Asphalt trade show comes to Indy with hopes of permanent pothole fix


INDIANAPOLIS (WTHR) - The World of Asphalt show kicked off on Tuesday in Indianapolis, with people from all over the country in town for the convention.

This is the first time the show has been in Indianapolis and it couldn't have come at a better (or maybe worse) time.

There are thousands of potholes in Indianapolis as the winter battle between freeze and thaw rages on.

While crews work around the clock to fill the gaps, we asked the experts if there may be a permanent fix in the future.

"There are technologies available to make pavements last longer and be more pothole-resistant," said Kevin Kelly, president and CEO of Walsh and Kelly, Griffith, Indiana. He is also the show's chairman.

"It costs money and governmental agencies and other agencies need to be willing to pay additional up-front costs, but the pavements will last longer," Kelly said.

He says a permanent fix may be possible, but it's pricey. Something that helps is new technology, which includes equipment, as well as the mixture they pour in the ground.

Chris Botner's company, Unique Paving Materials, makes what they call "The Good Stuff," which he says could be the solution.

"When it gets into a pothole, you can see how it almost crawls a little bit and settles," said Botner, a sales representative. "And when you come back and tamp it, roll over it with a tire, you're going to get this hard surface. A lot of times, they just look at the bottom line, at the pennies, and they don't see the dollar signs that go out with the road crews four and five times."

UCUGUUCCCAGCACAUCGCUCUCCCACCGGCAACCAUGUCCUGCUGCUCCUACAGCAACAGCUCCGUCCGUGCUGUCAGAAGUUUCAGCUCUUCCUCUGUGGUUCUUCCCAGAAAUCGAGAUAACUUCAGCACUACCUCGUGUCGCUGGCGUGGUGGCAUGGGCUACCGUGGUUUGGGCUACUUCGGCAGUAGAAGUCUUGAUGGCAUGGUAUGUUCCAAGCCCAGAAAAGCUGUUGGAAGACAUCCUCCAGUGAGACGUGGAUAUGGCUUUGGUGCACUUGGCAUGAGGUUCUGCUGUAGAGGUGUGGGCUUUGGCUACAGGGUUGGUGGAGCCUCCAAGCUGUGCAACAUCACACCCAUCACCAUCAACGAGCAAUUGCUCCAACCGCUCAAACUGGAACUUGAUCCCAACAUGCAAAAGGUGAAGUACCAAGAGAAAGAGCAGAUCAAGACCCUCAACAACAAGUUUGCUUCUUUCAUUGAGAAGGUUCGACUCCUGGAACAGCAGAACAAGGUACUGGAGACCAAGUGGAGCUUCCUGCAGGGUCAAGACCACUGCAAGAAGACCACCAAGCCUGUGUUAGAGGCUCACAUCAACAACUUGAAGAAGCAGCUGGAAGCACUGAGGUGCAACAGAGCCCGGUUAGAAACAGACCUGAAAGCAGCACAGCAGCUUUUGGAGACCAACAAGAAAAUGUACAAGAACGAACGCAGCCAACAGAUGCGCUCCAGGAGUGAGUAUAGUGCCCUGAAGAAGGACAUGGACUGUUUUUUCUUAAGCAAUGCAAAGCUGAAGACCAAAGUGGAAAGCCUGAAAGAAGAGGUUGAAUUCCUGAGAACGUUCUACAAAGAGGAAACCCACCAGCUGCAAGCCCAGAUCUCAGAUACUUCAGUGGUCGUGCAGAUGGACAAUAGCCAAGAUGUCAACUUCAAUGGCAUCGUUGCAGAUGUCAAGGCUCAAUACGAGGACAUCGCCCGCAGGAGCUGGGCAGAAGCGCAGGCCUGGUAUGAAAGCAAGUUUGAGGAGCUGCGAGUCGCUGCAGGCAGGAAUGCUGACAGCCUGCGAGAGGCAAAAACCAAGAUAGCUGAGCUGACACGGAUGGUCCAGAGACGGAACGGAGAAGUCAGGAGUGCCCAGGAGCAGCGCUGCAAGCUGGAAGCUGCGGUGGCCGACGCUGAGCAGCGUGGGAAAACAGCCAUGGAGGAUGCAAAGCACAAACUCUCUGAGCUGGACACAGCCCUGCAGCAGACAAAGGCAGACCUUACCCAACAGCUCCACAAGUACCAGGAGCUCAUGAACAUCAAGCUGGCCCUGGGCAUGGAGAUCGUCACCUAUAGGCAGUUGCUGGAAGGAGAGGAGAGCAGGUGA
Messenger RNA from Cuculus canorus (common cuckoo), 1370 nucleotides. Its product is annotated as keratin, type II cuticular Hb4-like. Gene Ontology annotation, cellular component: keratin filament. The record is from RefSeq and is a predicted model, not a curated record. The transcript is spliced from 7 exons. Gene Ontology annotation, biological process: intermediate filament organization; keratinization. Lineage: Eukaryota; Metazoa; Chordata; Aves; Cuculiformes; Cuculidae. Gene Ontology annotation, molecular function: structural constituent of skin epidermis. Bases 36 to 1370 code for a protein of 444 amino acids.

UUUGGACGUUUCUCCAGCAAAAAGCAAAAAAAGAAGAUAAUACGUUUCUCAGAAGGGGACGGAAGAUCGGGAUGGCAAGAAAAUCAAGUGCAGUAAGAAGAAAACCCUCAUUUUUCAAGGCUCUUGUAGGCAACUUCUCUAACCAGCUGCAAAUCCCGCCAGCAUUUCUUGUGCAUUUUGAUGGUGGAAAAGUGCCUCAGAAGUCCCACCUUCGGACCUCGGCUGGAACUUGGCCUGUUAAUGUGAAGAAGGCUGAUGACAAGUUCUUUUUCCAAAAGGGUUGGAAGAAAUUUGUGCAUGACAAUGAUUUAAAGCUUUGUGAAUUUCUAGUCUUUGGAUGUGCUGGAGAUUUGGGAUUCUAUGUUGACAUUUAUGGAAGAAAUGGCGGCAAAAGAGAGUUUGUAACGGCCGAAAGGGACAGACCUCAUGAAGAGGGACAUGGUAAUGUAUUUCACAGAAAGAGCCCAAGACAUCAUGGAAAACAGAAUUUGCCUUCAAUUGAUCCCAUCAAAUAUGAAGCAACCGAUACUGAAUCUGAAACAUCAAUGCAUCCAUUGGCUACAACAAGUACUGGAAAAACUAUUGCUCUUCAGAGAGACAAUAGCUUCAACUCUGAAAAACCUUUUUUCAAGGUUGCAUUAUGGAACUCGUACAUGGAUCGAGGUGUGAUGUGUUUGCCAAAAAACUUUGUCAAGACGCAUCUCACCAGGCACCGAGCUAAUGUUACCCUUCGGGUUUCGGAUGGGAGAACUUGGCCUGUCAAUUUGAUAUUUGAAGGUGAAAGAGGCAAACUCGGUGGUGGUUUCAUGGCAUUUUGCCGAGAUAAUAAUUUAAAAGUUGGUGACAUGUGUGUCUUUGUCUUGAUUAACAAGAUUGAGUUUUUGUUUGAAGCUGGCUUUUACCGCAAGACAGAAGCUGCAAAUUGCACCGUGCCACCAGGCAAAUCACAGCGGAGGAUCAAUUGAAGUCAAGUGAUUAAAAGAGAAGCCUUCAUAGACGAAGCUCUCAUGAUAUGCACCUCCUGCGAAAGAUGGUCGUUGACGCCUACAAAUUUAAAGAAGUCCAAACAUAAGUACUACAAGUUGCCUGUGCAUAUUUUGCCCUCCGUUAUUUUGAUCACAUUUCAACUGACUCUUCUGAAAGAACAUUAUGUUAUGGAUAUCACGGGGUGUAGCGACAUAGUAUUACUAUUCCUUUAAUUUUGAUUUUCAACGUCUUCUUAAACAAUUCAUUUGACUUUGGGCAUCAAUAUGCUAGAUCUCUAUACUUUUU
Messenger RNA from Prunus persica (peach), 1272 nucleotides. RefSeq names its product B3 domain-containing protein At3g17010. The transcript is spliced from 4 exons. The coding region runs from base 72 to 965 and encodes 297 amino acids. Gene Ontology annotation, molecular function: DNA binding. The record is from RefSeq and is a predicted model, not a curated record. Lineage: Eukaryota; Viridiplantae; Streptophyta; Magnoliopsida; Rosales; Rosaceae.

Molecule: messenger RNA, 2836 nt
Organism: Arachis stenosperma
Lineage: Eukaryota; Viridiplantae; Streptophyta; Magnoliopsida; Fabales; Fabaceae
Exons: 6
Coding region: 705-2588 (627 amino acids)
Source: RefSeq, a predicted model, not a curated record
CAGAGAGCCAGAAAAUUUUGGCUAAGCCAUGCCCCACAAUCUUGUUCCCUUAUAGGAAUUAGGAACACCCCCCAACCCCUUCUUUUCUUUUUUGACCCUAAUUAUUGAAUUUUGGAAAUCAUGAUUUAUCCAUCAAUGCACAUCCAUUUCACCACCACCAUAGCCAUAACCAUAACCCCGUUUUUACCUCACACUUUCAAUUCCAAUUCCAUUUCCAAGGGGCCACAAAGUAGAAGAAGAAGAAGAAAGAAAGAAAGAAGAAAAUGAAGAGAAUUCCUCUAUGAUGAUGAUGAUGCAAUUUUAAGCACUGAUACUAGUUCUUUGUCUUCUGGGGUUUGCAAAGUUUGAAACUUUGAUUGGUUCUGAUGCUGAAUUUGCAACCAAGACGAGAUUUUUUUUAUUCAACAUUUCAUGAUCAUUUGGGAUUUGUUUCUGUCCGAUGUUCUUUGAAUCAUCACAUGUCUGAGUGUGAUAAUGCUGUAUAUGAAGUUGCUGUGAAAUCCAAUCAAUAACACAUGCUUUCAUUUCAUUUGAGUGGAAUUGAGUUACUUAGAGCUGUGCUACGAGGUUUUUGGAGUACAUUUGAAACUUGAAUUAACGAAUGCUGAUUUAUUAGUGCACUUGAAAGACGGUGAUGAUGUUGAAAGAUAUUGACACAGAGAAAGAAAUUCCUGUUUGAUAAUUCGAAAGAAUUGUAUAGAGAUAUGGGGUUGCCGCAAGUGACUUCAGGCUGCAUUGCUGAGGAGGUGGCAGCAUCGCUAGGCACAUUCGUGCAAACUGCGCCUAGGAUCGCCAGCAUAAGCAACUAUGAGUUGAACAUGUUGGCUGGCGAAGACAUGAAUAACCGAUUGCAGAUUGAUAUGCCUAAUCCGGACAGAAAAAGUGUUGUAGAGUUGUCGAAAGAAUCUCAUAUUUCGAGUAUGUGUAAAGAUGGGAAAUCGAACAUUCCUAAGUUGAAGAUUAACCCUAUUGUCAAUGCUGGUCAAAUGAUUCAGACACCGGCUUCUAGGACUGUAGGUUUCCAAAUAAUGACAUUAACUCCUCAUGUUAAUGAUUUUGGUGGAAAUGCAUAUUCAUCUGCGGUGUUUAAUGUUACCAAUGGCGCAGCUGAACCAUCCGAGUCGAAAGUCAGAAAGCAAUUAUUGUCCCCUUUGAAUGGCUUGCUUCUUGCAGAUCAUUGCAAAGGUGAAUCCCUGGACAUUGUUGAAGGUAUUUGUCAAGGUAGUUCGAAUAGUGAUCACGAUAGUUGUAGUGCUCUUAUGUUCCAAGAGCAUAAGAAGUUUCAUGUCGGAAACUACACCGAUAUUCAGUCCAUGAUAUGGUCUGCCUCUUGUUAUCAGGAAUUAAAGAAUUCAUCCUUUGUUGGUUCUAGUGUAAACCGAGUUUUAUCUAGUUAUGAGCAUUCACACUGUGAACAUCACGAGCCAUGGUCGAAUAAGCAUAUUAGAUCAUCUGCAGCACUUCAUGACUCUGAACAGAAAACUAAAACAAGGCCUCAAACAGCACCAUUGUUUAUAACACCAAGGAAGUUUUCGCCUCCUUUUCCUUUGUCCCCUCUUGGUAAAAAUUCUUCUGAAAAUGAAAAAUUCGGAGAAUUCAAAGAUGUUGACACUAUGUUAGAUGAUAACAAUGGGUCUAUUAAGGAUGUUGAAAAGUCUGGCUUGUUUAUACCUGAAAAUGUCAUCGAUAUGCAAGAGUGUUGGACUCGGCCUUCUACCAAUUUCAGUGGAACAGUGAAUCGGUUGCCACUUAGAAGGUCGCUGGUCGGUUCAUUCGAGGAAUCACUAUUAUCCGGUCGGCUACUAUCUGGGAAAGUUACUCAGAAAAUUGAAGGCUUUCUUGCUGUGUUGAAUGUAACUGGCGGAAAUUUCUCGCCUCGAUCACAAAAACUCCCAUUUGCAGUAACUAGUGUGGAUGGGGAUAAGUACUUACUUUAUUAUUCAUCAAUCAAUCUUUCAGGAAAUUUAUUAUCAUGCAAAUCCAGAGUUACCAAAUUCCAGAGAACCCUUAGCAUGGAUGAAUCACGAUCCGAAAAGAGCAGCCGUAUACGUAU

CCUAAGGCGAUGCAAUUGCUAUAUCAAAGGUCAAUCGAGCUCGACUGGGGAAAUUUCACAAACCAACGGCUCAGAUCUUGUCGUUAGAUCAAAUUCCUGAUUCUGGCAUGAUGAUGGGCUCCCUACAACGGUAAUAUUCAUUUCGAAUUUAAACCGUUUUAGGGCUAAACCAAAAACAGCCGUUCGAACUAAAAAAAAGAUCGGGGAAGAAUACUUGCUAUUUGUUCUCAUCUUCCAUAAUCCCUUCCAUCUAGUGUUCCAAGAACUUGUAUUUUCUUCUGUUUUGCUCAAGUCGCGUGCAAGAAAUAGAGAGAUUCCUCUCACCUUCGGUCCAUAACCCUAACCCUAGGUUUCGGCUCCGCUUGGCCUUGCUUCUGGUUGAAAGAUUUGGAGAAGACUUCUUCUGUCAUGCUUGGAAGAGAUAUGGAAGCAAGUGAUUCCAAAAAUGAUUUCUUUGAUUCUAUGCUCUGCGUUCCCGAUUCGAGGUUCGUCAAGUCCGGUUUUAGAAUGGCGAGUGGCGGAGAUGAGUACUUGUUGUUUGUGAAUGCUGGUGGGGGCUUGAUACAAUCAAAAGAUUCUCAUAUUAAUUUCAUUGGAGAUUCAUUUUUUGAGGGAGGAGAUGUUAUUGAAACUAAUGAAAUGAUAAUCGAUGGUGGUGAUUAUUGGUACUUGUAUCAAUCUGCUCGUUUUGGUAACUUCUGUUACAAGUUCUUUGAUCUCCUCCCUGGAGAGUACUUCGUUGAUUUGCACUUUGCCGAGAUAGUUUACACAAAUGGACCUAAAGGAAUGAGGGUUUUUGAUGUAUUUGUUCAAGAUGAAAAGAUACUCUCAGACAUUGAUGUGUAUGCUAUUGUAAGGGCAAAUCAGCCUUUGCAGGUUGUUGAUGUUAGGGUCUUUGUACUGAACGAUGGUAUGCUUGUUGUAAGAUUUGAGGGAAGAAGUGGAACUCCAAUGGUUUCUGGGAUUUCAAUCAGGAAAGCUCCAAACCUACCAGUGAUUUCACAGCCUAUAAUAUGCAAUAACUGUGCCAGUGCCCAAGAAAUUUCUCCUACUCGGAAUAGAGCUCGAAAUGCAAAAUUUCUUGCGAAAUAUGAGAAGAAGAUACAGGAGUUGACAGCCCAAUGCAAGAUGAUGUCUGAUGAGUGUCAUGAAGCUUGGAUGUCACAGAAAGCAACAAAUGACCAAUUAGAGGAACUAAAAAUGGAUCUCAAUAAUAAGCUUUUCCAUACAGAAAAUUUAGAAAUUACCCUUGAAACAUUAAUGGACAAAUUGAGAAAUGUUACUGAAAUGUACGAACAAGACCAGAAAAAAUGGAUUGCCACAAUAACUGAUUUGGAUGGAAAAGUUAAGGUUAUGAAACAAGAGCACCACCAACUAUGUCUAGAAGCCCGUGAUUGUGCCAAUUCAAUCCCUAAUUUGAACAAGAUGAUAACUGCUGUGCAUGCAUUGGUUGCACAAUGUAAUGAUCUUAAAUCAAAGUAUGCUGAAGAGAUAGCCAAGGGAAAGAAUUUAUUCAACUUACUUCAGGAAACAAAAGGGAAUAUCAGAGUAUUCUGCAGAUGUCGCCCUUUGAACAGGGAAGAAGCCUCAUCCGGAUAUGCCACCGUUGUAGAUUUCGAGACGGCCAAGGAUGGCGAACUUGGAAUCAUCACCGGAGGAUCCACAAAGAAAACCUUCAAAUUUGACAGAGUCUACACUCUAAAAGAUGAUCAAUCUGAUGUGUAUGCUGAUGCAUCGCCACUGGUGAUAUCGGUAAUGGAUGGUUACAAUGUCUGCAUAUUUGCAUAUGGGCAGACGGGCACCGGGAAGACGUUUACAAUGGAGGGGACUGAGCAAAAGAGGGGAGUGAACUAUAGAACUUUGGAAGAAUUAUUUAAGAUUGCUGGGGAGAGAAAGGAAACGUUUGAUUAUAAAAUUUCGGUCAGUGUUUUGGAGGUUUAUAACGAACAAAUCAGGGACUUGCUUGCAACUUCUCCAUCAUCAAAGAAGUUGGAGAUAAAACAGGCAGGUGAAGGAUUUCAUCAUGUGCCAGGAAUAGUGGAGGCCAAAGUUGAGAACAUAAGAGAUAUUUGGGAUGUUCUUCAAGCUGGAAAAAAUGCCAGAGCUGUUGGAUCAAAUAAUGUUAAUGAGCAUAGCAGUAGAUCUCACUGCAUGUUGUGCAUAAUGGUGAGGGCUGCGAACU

Dave Turin has been traveling and talking about his upcoming Discovery Channel show "Dave Turin's Lost Mines."

"Potholes are all across the U.S. and I don't really know the solution," said Turin. "We have to work on funding. We have to get more money into the road departments and we have to hold the road departments accountable that that money actually goes to the roads."

Turin says they're focusing on recruiting young talent to help with development.

"Now it takes computers, people with real computer savvy," said Turin. "The technicians that are working on these engines, the people running these rollers, all have got to know how to run computers."

As central Indiana prepares for another round of freezing, thawing and more potholes, at least we know we're not alone.

The show continues through Thursday. You can find out more by clicking here.

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